Rise and rise of Donald Trump
Defying gravity and flummoxing pundits and pollsters alike, Donald Trump has become the first Republican presidential candidate to top 30 percent support for the party nomination, according to a new poll.
Washington: Defying gravity and flummoxing pundits and pollsters alike, Donald Trump has become the first Republican presidential candidate to top 30 percent support for the party nomination, according to a new poll.
A new CNN/ORC Poll released Thursday found the real estate mogul pulling well away from the rest of the crowded field of 17 Republicans, including establishment favourite Jeb Bush, son of a former president and brother of another.
Despite a dust up with Fox News anchor Megyn Kelly during the first presidential debate and other outlandish comments that pundits said would spell the end of the Trump candidacy, he gained 8 points since August to land at 32 percent support.
Trump has nearly tripled his support since just after he launched his campaign in June, according to the CNN poll.
Bush, on the other hand, has fallen to the third place with 9 percent, down 4 points since August, behind neurosurgeon Ben Carson with 19 percent, a rise of ten points.
Together, these two non-politicians now hold the support of a majority of Republicans and Republican-leaning independents, and separately, both are significantly ahead of all other competitors, the poll found.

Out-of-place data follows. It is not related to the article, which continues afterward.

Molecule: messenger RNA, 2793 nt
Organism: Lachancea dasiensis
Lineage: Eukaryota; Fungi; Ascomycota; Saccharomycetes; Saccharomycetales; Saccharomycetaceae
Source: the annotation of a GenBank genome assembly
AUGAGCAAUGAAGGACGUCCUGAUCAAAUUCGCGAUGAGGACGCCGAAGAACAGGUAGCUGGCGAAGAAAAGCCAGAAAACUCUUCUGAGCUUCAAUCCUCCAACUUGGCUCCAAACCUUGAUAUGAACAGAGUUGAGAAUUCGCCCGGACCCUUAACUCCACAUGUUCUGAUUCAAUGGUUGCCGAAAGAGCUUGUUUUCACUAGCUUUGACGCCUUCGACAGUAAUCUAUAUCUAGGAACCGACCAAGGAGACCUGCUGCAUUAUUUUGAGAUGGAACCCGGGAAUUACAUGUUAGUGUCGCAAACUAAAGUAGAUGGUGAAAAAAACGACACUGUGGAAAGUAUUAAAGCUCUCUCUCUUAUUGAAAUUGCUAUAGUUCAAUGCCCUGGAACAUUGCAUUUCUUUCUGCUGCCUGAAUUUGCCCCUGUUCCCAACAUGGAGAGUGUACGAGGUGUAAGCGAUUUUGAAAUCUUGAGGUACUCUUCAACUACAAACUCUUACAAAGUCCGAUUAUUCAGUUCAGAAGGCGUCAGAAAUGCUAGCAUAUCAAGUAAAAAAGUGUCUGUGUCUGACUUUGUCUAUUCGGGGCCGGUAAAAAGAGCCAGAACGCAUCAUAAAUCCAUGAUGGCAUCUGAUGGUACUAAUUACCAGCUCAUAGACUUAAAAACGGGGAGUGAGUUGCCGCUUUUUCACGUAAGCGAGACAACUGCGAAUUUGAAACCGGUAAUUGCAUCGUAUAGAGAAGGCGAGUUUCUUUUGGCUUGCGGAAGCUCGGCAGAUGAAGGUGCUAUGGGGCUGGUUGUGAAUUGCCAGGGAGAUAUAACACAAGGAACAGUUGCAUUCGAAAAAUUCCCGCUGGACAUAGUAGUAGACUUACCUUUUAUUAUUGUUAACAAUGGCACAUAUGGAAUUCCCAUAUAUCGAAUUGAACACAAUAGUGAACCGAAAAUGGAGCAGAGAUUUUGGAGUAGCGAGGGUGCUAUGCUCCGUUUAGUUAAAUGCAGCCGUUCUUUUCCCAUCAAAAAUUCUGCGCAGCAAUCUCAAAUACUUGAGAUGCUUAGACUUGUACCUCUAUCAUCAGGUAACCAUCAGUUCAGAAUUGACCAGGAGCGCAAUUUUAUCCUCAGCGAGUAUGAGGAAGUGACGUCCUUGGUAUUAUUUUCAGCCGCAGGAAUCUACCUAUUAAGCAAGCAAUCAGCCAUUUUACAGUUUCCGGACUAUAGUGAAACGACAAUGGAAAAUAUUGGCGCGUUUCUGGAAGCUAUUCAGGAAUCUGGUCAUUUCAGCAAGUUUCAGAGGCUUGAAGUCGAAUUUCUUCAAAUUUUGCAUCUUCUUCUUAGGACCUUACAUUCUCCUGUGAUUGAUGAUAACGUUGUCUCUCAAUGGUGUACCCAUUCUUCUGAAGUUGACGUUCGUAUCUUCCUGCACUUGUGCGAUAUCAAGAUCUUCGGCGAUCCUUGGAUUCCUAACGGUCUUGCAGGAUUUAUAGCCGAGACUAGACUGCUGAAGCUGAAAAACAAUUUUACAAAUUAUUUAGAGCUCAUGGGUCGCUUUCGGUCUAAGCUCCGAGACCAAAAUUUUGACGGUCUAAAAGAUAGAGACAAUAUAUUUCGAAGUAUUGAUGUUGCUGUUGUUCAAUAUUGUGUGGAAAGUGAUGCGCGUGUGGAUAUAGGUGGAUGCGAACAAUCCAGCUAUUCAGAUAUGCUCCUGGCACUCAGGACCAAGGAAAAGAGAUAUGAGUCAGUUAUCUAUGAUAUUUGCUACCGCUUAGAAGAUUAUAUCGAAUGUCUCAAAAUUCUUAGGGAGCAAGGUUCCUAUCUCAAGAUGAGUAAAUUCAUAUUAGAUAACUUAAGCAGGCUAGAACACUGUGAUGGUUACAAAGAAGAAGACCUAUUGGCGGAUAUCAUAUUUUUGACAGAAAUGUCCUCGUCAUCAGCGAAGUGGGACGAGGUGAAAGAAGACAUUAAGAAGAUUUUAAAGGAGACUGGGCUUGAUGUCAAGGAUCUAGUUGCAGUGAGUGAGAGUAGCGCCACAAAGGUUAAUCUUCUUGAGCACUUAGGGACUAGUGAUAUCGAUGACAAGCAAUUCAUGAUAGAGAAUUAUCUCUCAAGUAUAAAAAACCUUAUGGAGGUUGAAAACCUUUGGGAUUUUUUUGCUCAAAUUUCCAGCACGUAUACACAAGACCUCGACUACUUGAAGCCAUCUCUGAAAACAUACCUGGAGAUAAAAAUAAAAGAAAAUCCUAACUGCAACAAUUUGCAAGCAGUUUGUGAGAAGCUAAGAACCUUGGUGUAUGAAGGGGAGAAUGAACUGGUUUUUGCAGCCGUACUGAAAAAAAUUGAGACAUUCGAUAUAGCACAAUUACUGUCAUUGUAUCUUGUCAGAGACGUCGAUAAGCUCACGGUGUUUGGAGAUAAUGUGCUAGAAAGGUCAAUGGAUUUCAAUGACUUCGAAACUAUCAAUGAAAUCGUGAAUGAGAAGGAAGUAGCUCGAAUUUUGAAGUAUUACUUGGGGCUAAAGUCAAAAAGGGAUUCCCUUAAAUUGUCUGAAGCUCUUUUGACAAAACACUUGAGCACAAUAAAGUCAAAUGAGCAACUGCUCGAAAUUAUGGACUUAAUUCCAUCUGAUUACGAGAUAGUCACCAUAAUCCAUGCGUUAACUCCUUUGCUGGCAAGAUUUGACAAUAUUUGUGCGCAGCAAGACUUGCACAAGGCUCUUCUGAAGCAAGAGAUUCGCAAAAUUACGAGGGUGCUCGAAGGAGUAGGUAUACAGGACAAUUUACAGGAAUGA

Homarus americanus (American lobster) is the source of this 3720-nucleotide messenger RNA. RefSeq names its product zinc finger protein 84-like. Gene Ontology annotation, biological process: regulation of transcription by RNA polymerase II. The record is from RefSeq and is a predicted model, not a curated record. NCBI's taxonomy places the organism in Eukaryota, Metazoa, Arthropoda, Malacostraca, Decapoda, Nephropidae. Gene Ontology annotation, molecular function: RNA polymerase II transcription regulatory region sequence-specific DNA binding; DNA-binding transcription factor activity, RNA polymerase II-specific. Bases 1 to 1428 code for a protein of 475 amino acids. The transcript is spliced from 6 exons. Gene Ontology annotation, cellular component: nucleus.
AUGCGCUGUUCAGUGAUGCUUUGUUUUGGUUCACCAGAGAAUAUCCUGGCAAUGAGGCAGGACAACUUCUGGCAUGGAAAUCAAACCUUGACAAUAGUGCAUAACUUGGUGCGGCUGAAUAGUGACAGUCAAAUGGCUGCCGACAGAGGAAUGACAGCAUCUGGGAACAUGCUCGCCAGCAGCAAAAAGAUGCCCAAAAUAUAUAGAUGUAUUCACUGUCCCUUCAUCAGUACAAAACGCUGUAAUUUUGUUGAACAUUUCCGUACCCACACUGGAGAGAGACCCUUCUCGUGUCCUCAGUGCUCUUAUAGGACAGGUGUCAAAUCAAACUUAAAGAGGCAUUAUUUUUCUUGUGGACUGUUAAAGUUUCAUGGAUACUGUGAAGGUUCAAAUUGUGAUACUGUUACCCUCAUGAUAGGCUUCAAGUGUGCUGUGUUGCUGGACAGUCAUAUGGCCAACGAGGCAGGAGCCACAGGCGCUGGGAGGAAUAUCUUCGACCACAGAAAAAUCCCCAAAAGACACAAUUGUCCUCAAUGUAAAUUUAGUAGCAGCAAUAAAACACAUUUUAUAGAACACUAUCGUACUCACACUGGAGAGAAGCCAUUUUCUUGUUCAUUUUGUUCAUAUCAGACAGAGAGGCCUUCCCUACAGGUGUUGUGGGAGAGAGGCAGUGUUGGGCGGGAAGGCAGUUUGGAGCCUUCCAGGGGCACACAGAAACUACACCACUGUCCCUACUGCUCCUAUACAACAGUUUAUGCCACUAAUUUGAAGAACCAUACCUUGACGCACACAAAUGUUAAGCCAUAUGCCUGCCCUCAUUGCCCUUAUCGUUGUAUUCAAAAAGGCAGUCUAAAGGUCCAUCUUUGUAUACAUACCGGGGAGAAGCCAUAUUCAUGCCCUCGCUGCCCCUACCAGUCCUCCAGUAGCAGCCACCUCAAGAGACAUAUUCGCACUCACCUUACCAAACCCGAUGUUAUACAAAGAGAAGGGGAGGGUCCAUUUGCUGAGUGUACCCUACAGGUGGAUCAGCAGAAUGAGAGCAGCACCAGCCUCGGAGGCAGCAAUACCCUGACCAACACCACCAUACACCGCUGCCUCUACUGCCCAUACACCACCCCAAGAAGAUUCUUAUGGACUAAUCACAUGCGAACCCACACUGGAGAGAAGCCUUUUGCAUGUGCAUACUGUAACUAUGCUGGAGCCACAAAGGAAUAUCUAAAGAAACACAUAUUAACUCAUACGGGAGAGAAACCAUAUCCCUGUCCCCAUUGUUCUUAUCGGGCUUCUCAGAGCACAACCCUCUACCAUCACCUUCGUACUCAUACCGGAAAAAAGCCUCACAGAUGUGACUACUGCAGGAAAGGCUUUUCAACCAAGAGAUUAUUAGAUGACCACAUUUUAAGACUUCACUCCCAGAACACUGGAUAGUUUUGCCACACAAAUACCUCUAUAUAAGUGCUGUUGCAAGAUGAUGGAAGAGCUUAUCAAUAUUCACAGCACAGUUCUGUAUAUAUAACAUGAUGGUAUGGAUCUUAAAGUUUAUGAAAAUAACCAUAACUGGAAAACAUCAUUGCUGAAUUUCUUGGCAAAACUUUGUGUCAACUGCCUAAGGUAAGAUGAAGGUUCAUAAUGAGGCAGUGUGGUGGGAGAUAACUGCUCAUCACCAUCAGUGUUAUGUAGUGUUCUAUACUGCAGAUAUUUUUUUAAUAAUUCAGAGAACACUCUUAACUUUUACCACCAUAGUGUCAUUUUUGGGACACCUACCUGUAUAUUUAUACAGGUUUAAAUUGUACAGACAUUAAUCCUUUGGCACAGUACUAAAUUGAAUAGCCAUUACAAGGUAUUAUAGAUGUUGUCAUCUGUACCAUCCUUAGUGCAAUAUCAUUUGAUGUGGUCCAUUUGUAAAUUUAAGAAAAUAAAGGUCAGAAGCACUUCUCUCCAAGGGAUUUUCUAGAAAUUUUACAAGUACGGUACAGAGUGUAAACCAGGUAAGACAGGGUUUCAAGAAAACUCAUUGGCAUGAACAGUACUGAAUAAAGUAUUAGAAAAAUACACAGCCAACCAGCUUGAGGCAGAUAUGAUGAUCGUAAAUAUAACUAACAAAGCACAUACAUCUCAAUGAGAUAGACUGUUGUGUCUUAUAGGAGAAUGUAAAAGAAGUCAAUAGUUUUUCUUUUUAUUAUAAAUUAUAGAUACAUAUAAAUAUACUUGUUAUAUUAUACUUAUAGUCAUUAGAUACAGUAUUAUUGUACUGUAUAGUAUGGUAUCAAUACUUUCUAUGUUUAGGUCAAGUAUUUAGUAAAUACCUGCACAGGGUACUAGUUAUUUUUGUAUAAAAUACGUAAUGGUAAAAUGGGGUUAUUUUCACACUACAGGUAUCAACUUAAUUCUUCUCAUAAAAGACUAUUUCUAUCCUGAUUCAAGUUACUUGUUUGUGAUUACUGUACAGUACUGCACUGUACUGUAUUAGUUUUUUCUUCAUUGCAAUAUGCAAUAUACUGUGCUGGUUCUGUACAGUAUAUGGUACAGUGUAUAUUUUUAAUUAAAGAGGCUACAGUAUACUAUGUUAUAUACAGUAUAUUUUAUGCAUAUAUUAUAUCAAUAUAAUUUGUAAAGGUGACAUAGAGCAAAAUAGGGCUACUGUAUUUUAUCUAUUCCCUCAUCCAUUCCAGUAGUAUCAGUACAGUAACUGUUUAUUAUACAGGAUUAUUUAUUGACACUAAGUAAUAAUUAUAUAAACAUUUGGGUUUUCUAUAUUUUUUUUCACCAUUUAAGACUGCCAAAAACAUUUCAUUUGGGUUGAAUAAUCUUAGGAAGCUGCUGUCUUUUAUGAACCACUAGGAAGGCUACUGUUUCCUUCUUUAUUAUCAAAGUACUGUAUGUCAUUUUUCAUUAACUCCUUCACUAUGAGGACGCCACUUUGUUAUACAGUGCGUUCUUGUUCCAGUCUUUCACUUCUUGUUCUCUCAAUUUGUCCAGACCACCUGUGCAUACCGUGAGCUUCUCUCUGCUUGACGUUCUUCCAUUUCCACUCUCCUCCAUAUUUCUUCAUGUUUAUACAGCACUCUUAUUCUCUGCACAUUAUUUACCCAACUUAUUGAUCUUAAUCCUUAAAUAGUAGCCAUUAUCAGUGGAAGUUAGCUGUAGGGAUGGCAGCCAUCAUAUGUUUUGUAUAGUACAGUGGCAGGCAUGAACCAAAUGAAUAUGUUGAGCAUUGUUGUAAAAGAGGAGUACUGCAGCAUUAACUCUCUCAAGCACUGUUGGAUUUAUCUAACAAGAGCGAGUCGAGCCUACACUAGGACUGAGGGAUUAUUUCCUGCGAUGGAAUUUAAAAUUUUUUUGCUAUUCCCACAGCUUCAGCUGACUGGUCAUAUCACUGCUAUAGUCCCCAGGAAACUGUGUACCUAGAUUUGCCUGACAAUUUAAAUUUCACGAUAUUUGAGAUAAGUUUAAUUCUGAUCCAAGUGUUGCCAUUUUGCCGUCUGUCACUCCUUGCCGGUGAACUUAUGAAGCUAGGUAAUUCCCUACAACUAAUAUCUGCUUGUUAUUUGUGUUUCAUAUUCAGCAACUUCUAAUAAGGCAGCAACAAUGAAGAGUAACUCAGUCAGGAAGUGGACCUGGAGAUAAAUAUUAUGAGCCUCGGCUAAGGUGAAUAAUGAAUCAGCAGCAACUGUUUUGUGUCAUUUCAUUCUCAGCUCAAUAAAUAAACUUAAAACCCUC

Trump`s gains come most notably among two groups that had proven challenging for him in the early stages of his campaign -- women and those with college degrees.
While he gained just four points among men in the last month (from 27 percent in August to 31 percent now), he`s up 13 points among women, rising from 20 percent in August to 33 percent now.
Trump has also catapulted ahead of the rest of the field among Republicans who back the tea party movement, from 27 percent support in August to 41 percent now.
Among that group in the new poll, Carson follows with 21 percent, and Ted Cruz, another candidate with an anti-Washington message, holds third with 11 percent. No other candidate tops 5 percent among tea partiers.
Most Republican voters (51 percent) now think Trump is most likely to emerge as the Republican winner, well ahead of the 19 percent who think Bush will top the party ticket and 11 percent who think Carson will.
From the "outsider" contingent, former HP CEO Carly Fiorina hasn`t built on her post-debate rise with the new CNN/ORC poll showing she has just three percent support.
In a "Rolling Stone" profile, Trump took a jab at Fiorina`s appearance saying: "Look at that face!. Would anyone vote for that? Can you imagine that, the face of our next president?"
Asked for her reaction to Trump`s remarks by Kelly on Fox News Wednesday night, Fiorina said: "Maybe, just maybe, I`m getting under his skin a little bit, because I am climbing in the polls."
As the latest CNN/ORC poll was conducted September 4-8, it`s hard to say how Trump`s comments about Fiorina would affect his numbers, but if the past is any indication, he would still rise and rise.